when you have parents and still feel like an orphan.

holidayscan behardIt’s November. December is around the corner. And that means Christmas and family and connecting and time with loved ones. For some of us. For others, it means tolerating uncomfortable situations and putting on thick skin in order to survive holiday encounters. And for others still it means a season of loneliness.

There is a cohort of folks I think of often at this time of year. I wish they had a name. But here, language fails. I have a feeling this group is one with many members, spread out far and wide. These people carry with them a sorrow and loss that is hard to name and hard to express. They carry a grief that is disenfranchised, or not supported socially. They may feel isolated and not understood, yet in reality I think if we talked openly we’d find ourselves in the company of many who share the same experience and same pain.

While it may not capture it perfectly, I’m going to call these folks functional orphans.  This is referring to the people out there who exist in families with parents still earth side, yet live in the world without the nurture and care and support that is thought to come with being a child (including an adult child) with a mom and/or dad. To be a functional orphan is to have parents, yet have no safe landing space. To be part of a family, yet to identify more closely to the experiences and aloneness of those who grieve parents who have already died.

Functional orphans can talk about holidays and family dinners and may be in regular contact with their parents, yet may live without the sense of safety and support that they deeply long for. Some functional orphans may have had this type of support at one point, but lost it in the the transition to adulthood, where some parents withdrawing the care and support that was offered in childhood under the assumption that their parenting job is complete.

Other functional orphans, most I’d surmise, have likely never really had strong emotional bonds or support from their caregivers. For many of these folks evidence of parental care would have been expressed during childhood in the day-to-day provisions of parenting – food, shelter, clothes, transportation from event A to event B. In moving from childhood to adulthood, these daily responsibilities are assumed by the child as part of being a competent adult – and what happens then is that in the absence of strong emotional bonds, adult children lose all tangible evidence of parental care and nurture. At this transition the reality of emotional loneliness may become more prevalent and painful.

Sometimes the pain of functional orphanhood becomes most acute when adults outgrow their parents, or become more emotionally mature or capable in the world than the people who raised them. This may happen when adult children create a home/life environment that is more stable financially, structurally, or relationally than the life their parents offered – and in light of this, the fragility, chaos, or emotional instability of their parents can be seen with greater clarity. It is difficult to feel adequately parented by people who present as less capable or competent than the adult child who seeks to lean on them for support and nurture.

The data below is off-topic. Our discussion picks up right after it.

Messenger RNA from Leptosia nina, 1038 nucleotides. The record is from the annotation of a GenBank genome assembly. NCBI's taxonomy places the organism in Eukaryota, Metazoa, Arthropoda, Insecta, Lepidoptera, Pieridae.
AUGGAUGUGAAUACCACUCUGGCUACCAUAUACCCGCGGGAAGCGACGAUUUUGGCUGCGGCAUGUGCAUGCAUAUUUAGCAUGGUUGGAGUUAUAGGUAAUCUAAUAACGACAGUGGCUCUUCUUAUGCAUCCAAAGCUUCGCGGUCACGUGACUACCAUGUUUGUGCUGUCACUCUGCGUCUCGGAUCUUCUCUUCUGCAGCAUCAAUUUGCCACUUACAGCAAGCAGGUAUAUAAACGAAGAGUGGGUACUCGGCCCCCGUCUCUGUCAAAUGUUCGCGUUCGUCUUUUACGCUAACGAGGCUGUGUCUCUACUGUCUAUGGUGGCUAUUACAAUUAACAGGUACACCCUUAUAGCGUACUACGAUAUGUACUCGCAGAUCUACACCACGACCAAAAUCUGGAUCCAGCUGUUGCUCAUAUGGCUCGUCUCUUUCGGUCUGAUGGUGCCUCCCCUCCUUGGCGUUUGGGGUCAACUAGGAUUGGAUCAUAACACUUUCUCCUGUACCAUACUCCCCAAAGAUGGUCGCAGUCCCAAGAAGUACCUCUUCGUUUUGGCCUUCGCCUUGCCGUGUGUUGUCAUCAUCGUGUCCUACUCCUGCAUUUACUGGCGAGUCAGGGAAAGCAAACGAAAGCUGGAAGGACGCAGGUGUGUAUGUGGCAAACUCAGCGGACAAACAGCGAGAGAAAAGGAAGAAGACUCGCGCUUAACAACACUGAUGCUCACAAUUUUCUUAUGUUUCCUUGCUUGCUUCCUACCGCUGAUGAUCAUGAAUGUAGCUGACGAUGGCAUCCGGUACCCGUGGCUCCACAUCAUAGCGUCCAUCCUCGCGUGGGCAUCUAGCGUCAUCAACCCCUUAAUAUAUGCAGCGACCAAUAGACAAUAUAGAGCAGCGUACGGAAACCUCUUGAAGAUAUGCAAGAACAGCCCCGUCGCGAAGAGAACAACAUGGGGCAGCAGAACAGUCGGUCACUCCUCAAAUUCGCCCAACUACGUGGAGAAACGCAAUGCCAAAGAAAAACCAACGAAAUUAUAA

This time of year, when there is much talk of family and tradition and connecting, I simply want to create space to acknowledge those out there who find themselves sorrowful or feeling a sense of loss and longing. I want to make room to validate the experience of grief that comes with not having the kind of parents you long for, folks who maybe love you – but can’t be the safe and soft landing spot that you long for.

If this is your experience, know that you are seen and understood today. That you are not the only one out there with a sense of wanting and wishing, and that your sadness is real and entirely legitimate. Our need for secure and safe relationships lives across the lifespan, and even as adults we still want and need soft spots where we can feel collected and supported well. Not having this in the people we are often thought to be closest to is a real loss, and one that needs to be acknowledged and honoured.

As you prepare to walk into another season traditionally associated with family time + connection, perhaps you will need to carve out alternate landing spaces where your need to be seen and supported are met more adequately. Perhaps other friends, neighbours, ‘work mom’s’, or friends’ parents, or in-laws will be a space you can exhale and land. Rather than walking through the season consumed by loneliness and longing, let’s be proactive in seeking out creative ways to ensure needs get met, and be ready with space for sorrow at the reality of this not happening in the way and by the people whom we would most hope to fill that role.

 

 

 

One thought on “when you have parents and still feel like an orphan.

  1. N. says:

    “I want to make room to validate the experience of grief that comes with not having the kind of parents you long for, folks who maybe love you – but can’t be the safe and soft landing spot that you long for.”

    That last part – “folks who maybe love you – but can’t be the safe and soft landing spot that you long for.” Oh my heart.

    Thank you for this. It’s so, so, so important to simply name the hard stuff. Speak it out loud. With grace and honesty just acknowledge that we live in a culture that wants to paint everything as a perfect fairy tale – especially Christmas, but we inhabit lives that rarely (ever?) are that picture perfect.

    It’s okay for things to be tough. But also it’s imperative that we “be proactive in seeking out creative ways to ensure needs get met” instead of wallowing in the pain of our non-fairy tale reality.

    Such wisdom. Thank you.

    Liked by 1 person

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